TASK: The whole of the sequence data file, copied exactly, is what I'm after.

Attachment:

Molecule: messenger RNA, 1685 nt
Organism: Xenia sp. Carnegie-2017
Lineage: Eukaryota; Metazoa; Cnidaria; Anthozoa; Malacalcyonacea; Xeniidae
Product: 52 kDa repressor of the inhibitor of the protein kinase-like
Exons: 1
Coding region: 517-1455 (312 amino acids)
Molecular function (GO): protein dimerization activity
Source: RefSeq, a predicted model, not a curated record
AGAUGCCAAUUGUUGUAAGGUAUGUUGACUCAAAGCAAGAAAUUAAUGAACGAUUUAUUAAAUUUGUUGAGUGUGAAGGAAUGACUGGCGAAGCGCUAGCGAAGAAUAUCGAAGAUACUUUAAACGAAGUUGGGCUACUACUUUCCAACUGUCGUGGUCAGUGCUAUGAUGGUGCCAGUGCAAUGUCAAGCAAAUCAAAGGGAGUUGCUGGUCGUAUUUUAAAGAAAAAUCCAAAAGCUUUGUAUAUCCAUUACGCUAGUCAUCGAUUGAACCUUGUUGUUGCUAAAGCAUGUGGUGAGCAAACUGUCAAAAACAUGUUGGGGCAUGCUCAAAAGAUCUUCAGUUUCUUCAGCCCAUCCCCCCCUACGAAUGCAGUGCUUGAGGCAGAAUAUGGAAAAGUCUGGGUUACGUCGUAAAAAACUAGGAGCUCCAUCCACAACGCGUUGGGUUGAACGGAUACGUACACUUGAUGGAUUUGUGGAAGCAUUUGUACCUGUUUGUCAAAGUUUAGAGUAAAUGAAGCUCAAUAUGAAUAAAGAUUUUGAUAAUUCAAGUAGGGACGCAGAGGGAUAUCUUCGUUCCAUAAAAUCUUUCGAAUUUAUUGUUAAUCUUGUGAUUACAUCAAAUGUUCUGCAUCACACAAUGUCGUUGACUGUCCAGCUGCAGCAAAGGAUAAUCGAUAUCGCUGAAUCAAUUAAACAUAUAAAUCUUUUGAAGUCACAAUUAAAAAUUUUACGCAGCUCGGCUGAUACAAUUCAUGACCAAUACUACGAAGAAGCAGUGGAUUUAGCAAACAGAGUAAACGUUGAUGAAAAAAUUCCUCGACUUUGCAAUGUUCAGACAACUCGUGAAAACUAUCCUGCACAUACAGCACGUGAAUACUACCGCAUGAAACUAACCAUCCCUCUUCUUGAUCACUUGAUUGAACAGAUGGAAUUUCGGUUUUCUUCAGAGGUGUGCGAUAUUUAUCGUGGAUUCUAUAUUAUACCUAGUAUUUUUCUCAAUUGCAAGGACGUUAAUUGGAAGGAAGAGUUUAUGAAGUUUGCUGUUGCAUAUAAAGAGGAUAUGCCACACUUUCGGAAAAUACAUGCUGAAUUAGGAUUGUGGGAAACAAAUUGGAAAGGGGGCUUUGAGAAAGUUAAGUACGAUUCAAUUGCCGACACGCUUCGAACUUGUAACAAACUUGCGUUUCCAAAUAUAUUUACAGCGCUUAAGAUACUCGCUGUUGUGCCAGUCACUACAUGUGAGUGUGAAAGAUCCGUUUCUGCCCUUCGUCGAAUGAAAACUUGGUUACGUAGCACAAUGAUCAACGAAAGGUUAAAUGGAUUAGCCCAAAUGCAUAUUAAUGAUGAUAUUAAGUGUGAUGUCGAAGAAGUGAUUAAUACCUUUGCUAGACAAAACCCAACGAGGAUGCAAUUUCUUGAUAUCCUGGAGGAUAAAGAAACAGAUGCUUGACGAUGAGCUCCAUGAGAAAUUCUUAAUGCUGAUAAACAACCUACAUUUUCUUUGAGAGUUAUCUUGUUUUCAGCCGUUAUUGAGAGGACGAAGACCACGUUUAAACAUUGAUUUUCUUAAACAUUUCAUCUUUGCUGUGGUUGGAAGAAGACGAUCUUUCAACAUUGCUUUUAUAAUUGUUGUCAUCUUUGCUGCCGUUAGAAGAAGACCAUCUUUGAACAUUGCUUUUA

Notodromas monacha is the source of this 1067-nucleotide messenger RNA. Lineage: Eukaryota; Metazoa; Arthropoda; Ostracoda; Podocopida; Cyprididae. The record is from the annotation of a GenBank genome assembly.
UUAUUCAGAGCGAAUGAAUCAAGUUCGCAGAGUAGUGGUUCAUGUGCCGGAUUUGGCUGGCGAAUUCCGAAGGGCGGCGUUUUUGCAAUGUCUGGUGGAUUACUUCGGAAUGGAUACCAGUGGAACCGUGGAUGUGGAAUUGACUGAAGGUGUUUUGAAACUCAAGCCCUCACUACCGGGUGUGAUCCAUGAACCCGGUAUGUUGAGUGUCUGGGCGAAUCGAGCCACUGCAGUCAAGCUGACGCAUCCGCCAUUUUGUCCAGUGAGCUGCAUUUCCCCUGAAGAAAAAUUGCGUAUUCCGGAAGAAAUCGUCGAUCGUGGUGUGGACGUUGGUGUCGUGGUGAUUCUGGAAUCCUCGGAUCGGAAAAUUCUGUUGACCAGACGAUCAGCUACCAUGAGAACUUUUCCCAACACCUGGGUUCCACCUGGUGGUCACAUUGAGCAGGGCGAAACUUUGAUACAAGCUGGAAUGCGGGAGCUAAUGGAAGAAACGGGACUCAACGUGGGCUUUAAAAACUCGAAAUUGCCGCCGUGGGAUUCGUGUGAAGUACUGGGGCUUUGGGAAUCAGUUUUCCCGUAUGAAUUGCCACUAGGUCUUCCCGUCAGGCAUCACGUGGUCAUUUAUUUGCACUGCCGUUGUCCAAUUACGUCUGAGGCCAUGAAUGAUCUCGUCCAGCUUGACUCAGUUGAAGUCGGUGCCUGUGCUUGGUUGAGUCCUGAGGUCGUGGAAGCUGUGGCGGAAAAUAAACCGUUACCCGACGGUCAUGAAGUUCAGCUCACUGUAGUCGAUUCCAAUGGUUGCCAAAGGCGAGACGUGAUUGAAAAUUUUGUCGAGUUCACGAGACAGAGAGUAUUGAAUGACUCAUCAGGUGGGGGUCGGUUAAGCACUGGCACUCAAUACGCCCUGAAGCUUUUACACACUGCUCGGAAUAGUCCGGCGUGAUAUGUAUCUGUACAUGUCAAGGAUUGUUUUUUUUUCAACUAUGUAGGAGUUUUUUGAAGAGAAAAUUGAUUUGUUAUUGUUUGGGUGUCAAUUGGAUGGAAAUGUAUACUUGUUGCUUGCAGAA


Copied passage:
Molecule: messenger RNA, 1685 nt
Organism: Xenia sp. Carnegie-2017
Lineage: Eukaryota; Metazoa; Cnidaria; Anthozoa; Malacalcyonacea; Xeniidae
Product: 52 kDa repressor of the inhibitor of the protein kinase-like
Exons: 1
Coding region: 517-1455 (312 amino acids)
Molecular function (GO): protein dimerization activity
Source: RefSeq, a predicted model, not a curated record
AGAUGCCAAUUGUUGUAAGGUAUGUUGACUCAAAGCAAGAAAUUAAUGAACGAUUUAUUAAAUUUGUUGAGUGUGAAGGAAUGACUGGCGAAGCGCUAGCGAAGAAUAUCGAAGAUACUUUAAACGAAGUUGGGCUACUACUUUCCAACUGUCGUGGUCAGUGCUAUGAUGGUGCCAGUGCAAUGUCAAGCAAAUCAAAGGGAGUUGCUGGUCGUAUUUUAAAGAAAAAUCCAAAAGCUUUGUAUAUCCAUUACGCUAGUCAUCGAUUGAACCUUGUUGUUGCUAAAGCAUGUGGUGAGCAAACUGUCAAAAACAUGUUGGGGCAUGCUCAAAAGAUCUUCAGUUUCUUCAGCCCAUCCCCCCCUACGAAUGCAGUGCUUGAGGCAGAAUAUGGAAAAGUCUGGGUUACGUCGUAAAAAACUAGGAGCUCCAUCCACAACGCGUUGGGUUGAACGGAUACGUACACUUGAUGGAUUUGUGGAAGCAUUUGUACCUGUUUGUCAAAGUUUAGAGUAAAUGAAGCUCAAUAUGAAUAAAGAUUUUGAUAAUUCAAGUAGGGACGCAGAGGGAUAUCUUCGUUCCAUAAAAUCUUUCGAAUUUAUUGUUAAUCUUGUGAUUACAUCAAAUGUUCUGCAUCACACAAUGUCGUUGACUGUCCAGCUGCAGCAAAGGAUAAUCGAUAUCGCUGAAUCAAUUAAACAUAUAAAUCUUUUGAAGUCACAAUUAAAAAUUUUACGCAGCUCGGCUGAUACAAUUCAUGACCAAUACUACGAAGAAGCAGUGGAUUUAGCAAACAGAGUAAACGUUGAUGAAAAAAUUCCUCGACUUUGCAAUGUUCAGACAACUCGUGAAAACUAUCCUGCACAUACAGCACGUGAAUACUACCGCAUGAAACUAACCAUCCCUCUUCUUGAUCACUUGAUUGAACAGAUGGAAUUUCGGUUUUCUUCAGAGGUGUGCGAUAUUUAUCGUGGAUUCUAUAUUAUACCUAGUAUUUUUCUCAAUUGCAAGGACGUUAAUUGGAAGGAAGAGUUUAUGAAGUUUGCUGUUGCAUAUAAAGAGGAUAUGCCACACUUUCGGAAAAUACAUGCUGAAUUAGGAUUGUGGGAAACAAAUUGGAAAGGGGGCUUUGAGAAAGUUAAGUACGAUUCAAUUGCCGACACGCUUCGAACUUGUAACAAACUUGCGUUUCCAAAUAUAUUUACAGCGCUUAAGAUACUCGCUGUUGUGCCAGUCACUACAUGUGAGUGUGAAAGAUCCGUUUCUGCCCUUCGUCGAAUGAAAACUUGGUUACGUAGCACAAUGAUCAACGAAAGGUUAAAUGGAUUAGCCCAAAUGCAUAUUAAUGAUGAUAUUAAGUGUGAUGUCGAAGAAGUGAUUAAUACCUUUGCUAGACAAAACCCAACGAGGAUGCAAUUUCUUGAUAUCCUGGAGGAUAAAGAAACAGAUGCUUGACGAUGAGCUCCAUGAGAAAUUCUUAAUGCUGAUAAACAACCUACAUUUUCUUUGAGAGUUAUCUUGUUUUCAGCCGUUAUUGAGAGGACGAAGACCACGUUUAAACAUUGAUUUUCUUAAACAUUUCAUCUUUGCUGUGGUUGGAAGAAGACGAUCUUUCAACAUUGCUUUUAUAAUUGUUGUCAUCUUUGCUGCCGUUAGAAGAAGACCAUCUUUGAACAUUGCUUUUA

Notodromas monacha is the source of this 1067-nucleotide messenger RNA. Lineage: Eukaryota; Metazoa; Arthropoda; Ostracoda; Podocopida; Cyprididae. The record is from the annotation of a GenBank genome assembly.
UUAUUCAGAGCGAAUGAAUCAAGUUCGCAGAGUAGUGGUUCAUGUGCCGGAUUUGGCUGGCGAAUUCCGAAGGGCGGCGUUUUUGCAAUGUCUGGUGGAUUACUUCGGAAUGGAUACCAGUGGAACCGUGGAUGUGGAAUUGACUGAAGGUGUUUUGAAACUCAAGCCCUCACUACCGGGUGUGAUCCAUGAACCCGGUAUGUUGAGUGUCUGGGCGAAUCGAGCCACUGCAGUCAAGCUGACGCAUCCGCCAUUUUGUCCAGUGAGCUGCAUUUCCCCUGAAGAAAAAUUGCGUAUUCCGGAAGAAAUCGUCGAUCGUGGUGUGGACGUUGGUGUCGUGGUGAUUCUGGAAUCCUCGGAUCGGAAAAUUCUGUUGACCAGACGAUCAGCUACCAUGAGAACUUUUCCCAACACCUGGGUUCCACCUGGUGGUCACAUUGAGCAGGGCGAAACUUUGAUACAAGCUGGAAUGCGGGAGCUAAUGGAAGAAACGGGACUCAACGUGGGCUUUAAAAACUCGAAAUUGCCGCCGUGGGAUUCGUGUGAAGUACUGGGGCUUUGGGAAUCAGUUUUCCCGUAUGAAUUGCCACUAGGUCUUCCCGUCAGGCAUCACGUGGUCAUUUAUUUGCACUGCCGUUGUCCAAUUACGUCUGAGGCCAUGAAUGAUCUCGUCCAGCUUGACUCAGUUGAAGUCGGUGCCUGUGCUUGGUUGAGUCCUGAGGUCGUGGAAGCUGUGGCGGAAAAUAAACCGUUACCCGACGGUCAUGAAGUUCAGCUCACUGUAGUCGAUUCCAAUGGUUGCCAAAGGCGAGACGUGAUUGAAAAUUUUGUCGAGUUCACGAGACAGAGAGUAUUGAAUGACUCAUCAGGUGGGGGUCGGUUAAGCACUGGCACUCAAUACGCCCUGAAGCUUUUACACACUGCUCGGAAUAGUCCGGCGUGAUAUGUAUCUGUACAUGUCAAGGAUUGUUUUUUUUUCAACUAUGUAGGAGUUUUUUGAAGAGAAAAUUGAUUUGUUAUUGUUUGGGUGUCAAUUGGAUGGAAAUGUAUACUUGUUGCUUGCAGAA